Segments From this episode
Elizabeth Warren, special adviser on the Consumer Financial Protection Bureau, talks with Tess Vigeland about what has been done so far to set up the agency and what major concerns consumers have at the moment.
A new online game called SPENT helps players imagine the reality of living below the poverty level. Host Tess Vigeland explores what playing SPENT teaches you with Patrice Nelson, executive director of Urban Ministries, which helped co-develop the game.
"Crash taxes" may go by other names, but they're essentially fees for public services like fire department response and clean-up in auto accidents. But who should foot the bill?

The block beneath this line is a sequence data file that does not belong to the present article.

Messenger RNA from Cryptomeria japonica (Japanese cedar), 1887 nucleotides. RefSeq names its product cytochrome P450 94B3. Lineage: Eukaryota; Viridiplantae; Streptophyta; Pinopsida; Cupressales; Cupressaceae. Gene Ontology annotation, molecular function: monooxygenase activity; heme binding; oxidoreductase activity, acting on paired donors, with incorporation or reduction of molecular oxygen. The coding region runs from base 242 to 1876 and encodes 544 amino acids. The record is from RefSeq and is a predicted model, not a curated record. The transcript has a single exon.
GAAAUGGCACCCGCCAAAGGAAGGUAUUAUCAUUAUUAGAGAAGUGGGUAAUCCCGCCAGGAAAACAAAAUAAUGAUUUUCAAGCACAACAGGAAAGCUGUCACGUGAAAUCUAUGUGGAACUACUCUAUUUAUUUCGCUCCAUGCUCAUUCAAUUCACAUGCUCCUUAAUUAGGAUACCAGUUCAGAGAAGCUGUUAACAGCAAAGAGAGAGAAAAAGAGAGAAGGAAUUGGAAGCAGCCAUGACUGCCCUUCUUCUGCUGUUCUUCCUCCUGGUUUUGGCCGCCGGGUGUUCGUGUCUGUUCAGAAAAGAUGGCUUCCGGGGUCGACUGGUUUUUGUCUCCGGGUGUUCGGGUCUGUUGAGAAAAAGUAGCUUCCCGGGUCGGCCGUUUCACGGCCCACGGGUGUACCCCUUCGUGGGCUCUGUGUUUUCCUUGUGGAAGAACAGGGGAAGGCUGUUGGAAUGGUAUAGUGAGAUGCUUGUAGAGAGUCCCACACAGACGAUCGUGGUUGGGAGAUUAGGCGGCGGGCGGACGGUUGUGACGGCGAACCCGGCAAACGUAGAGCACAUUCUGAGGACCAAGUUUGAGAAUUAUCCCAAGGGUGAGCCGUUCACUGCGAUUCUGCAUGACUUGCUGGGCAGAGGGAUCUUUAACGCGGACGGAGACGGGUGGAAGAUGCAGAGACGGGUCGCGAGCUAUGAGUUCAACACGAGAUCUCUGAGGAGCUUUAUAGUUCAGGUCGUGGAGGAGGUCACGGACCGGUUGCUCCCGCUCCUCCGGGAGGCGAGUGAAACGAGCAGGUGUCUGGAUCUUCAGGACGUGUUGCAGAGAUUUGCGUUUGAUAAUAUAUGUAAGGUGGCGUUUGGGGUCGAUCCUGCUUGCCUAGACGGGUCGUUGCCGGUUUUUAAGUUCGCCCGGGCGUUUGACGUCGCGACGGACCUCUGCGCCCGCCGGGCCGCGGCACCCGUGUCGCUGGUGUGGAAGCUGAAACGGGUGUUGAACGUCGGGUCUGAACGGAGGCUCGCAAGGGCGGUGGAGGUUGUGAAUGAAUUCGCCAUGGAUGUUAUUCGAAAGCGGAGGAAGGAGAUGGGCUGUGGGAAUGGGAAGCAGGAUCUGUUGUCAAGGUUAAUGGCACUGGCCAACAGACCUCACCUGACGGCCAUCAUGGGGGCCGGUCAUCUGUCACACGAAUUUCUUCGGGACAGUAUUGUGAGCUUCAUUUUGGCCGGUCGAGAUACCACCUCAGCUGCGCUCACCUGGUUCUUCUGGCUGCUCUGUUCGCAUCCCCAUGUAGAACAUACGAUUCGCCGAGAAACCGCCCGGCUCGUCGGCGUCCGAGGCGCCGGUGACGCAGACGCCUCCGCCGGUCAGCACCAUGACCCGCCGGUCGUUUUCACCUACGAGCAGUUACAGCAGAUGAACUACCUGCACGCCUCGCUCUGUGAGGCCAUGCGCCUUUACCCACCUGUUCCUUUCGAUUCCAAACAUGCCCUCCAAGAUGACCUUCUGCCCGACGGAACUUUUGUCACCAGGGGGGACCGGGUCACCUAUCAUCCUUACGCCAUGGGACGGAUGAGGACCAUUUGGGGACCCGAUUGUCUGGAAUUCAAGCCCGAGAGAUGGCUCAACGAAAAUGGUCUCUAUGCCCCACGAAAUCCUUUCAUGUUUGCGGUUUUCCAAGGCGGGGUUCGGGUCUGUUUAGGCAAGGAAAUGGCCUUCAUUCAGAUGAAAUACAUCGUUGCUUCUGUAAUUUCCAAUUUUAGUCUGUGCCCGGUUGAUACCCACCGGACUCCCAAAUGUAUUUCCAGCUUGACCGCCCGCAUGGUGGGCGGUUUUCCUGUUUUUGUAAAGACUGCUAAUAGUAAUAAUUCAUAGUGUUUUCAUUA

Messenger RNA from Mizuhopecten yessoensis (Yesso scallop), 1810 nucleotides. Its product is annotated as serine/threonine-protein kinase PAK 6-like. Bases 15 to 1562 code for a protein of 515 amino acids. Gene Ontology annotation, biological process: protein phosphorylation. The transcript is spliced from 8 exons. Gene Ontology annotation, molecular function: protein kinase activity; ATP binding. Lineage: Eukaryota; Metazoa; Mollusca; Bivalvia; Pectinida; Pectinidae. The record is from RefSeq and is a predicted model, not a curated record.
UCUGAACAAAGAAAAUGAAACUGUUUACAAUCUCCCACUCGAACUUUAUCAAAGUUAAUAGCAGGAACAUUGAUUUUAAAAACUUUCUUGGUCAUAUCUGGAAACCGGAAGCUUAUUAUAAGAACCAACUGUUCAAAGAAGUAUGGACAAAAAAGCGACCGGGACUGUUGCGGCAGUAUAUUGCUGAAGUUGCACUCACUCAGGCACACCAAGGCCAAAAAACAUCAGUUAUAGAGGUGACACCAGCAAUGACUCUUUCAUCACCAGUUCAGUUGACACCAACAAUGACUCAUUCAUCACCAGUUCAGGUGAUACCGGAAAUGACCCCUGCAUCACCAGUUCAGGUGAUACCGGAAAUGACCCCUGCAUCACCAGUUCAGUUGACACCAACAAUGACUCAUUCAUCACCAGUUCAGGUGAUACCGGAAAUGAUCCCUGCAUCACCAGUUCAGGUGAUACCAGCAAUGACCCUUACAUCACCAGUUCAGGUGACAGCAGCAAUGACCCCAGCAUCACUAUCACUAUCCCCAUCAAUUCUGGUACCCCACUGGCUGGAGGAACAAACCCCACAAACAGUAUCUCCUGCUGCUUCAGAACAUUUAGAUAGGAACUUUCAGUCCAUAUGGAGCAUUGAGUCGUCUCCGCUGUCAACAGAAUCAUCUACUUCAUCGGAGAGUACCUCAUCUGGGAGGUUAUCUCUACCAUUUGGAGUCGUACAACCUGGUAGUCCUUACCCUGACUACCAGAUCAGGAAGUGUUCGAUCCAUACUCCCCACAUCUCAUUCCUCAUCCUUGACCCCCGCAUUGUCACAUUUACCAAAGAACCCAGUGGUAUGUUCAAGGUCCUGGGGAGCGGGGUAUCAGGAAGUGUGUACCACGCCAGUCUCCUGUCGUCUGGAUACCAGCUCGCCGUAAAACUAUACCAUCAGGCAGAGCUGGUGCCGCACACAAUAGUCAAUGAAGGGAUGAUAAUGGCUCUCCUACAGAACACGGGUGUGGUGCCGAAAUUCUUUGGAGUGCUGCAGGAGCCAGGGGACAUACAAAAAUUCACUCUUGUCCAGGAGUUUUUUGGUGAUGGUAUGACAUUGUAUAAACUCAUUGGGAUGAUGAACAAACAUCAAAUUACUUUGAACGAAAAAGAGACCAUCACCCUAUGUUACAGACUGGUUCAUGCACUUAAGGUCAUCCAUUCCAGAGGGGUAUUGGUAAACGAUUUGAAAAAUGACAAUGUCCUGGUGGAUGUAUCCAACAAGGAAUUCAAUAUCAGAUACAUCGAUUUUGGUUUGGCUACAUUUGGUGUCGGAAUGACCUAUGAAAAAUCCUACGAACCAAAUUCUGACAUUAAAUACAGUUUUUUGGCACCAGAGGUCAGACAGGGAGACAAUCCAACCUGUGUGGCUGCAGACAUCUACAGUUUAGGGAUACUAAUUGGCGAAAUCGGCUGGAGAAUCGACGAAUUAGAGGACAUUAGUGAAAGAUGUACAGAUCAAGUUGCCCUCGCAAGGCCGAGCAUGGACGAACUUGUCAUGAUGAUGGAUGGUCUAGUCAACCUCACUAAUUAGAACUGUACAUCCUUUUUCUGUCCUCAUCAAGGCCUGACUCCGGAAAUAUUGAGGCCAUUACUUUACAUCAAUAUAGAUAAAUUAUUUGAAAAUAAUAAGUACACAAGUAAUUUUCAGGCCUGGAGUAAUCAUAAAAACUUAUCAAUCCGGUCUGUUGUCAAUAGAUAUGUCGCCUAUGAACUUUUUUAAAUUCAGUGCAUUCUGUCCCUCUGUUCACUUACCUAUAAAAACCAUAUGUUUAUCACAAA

Can thinking like an economist spruce up your sex life and help get the dirty dishes clean? Paula Szuchman and Jenny Anderson, authors of "Spousonomics," talk with Tess Vigeland about why treating your marriage like a business partnership might help solve some of your marital issues.
Tess Vigeland and senior producer Deborah Clark goes over listener responses to recent stories. This week: People who want to offer their zip code to the cashier, and the good and the bad of reverse mortgages.
Tess Vigeland and MSN's Liz Weston answer listener questions. This week, Liz offers suggestions on the best way to get out of debt and tell us whether or not it's wise to invest in the stock market over the housing industry.
Marketplace Money for February 18, 2011